Princes in the Tower
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The Princes in the Tower were Edward V of England and Richard of Shrewsbury, Duke of York. The two brothers were the only sons of Edward IV of England and Elizabeth Woodville alive at the time of their father's death. Then 12 and 9 years old, they were lodged in the Tower of London by the man appointed to look after them, the Lord Protector, Richard, Duke of Gloucester. This was supposed to be in preparation for Edward's coronation as king.
After Richard took the throne for himself, it is assumed that they were murdered. This may have occurred some time around 1483, but apart from their disappearance, the only evidence is circumstantial.
In May 1483 Edward arrived in London for his coronation and was accommodated in the Tower of London, then a royal residence. Richard at that point was with his mother in sanctuary, but joined his brother in the Tower in June. Both princes were declared illegitimate by an Act of Parliament of 1483 known as Titulus Regius, and their uncle Richard, Duke of Gloucester, was crowned as King Richard III of England. There are reports of the two princes being seen playing in the Tower grounds shortly after Richard joined his brother, but there are no recorded sightings of either of them after the summer of 1483. Their fate remains an enduring mystery, but historians and contemporary popular opinion agree that the princes may have been murdered in the Tower. There is no record of a funeral. A date of 3 September 1483 has been proposed by Alison Weir for the assumed murder.
In 1674, the skeletons of two children were discovered under the staircase leading to the chapel, during the course of renovations to the White Tower. At that time, these were believed to have been the remains of the two princes, and on the orders of Charles II the remains were reburied in Westminster Abbey. In 1933, the grave was opened to see if modern science could cast any light on the issues, and the skeletons were determined to be those of two young children, one aged around seven to eleven and the other around eleven to thirteen.
If the boys were indeed murdered, there are several major suspects for the crime. The evidence is ambiguous, and has led people to various conflicting conclusions.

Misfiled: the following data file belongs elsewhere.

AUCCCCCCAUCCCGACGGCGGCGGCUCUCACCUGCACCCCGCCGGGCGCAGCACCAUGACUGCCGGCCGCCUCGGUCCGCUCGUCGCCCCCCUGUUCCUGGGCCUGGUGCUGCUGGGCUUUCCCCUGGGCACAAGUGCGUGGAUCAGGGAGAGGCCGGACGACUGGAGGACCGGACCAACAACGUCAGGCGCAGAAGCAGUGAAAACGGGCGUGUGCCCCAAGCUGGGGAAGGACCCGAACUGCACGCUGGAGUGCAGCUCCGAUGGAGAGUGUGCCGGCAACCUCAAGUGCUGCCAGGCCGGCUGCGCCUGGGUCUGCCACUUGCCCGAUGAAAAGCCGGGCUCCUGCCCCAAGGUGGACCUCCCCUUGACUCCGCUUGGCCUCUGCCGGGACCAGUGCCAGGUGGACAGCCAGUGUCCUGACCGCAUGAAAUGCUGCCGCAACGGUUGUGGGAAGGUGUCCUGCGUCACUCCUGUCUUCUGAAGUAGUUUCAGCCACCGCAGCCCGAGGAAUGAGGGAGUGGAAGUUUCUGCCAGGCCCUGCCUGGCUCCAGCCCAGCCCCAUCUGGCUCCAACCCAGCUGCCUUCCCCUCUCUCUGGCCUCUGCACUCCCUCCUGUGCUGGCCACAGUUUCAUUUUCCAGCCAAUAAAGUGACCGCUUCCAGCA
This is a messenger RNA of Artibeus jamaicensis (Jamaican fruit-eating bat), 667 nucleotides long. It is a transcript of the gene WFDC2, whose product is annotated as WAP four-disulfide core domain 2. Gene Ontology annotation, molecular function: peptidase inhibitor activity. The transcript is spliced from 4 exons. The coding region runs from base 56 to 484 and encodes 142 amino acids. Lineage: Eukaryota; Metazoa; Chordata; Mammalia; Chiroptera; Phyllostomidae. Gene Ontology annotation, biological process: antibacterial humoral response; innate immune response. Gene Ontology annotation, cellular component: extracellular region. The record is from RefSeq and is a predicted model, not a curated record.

Richard III 
Although the princes had been eliminated from the succession, Richard III's hold on the monarchy was not secure and the existence of the princes would remain a threat as long as they were alive. The boys could have been used by Richard's enemies as figureheads for rebellion. Rumours of their death were in circulation by late 1483, but Richard never attempted to prove that they were alive by having them seen in public, which strongly suggests that they were dead by then. However he did not remain silent on the matter. Raphael Holinshed, in his Chronicles of England, Scotland and Ireland written in 1577, nearly a century after the events, reports that Richard, "what with purging and declaring his innocence concerning the murder of his nephews towards the world, and what with cost to obtain the love and favour of the communaltie (which outwardlie glosed, and openly dissembled with him) ... gave prodigally so many and so great rewards, that now both he lacked, and scarce with honesty how to borrow." Richard also failed to open any investigation into the matter, which would have been in his interest if he was not responsible for the deaths of his nephews. Many modern historians, including David Starkey, Michael Hicks, and Alison Weir, do regard Richard himself as the most likely culprit. There never was a formal accusation against Richard III on the matter; the Bill of Attainder brought by Henry VII made no definitive mention of the Princes in the Tower, but it did include the accusation of "shedding of Infants blood", which may be an accusation of the Princes' murder (especially since no other specific accusation of harming infants has ever been made against Richard).
James Tyrrell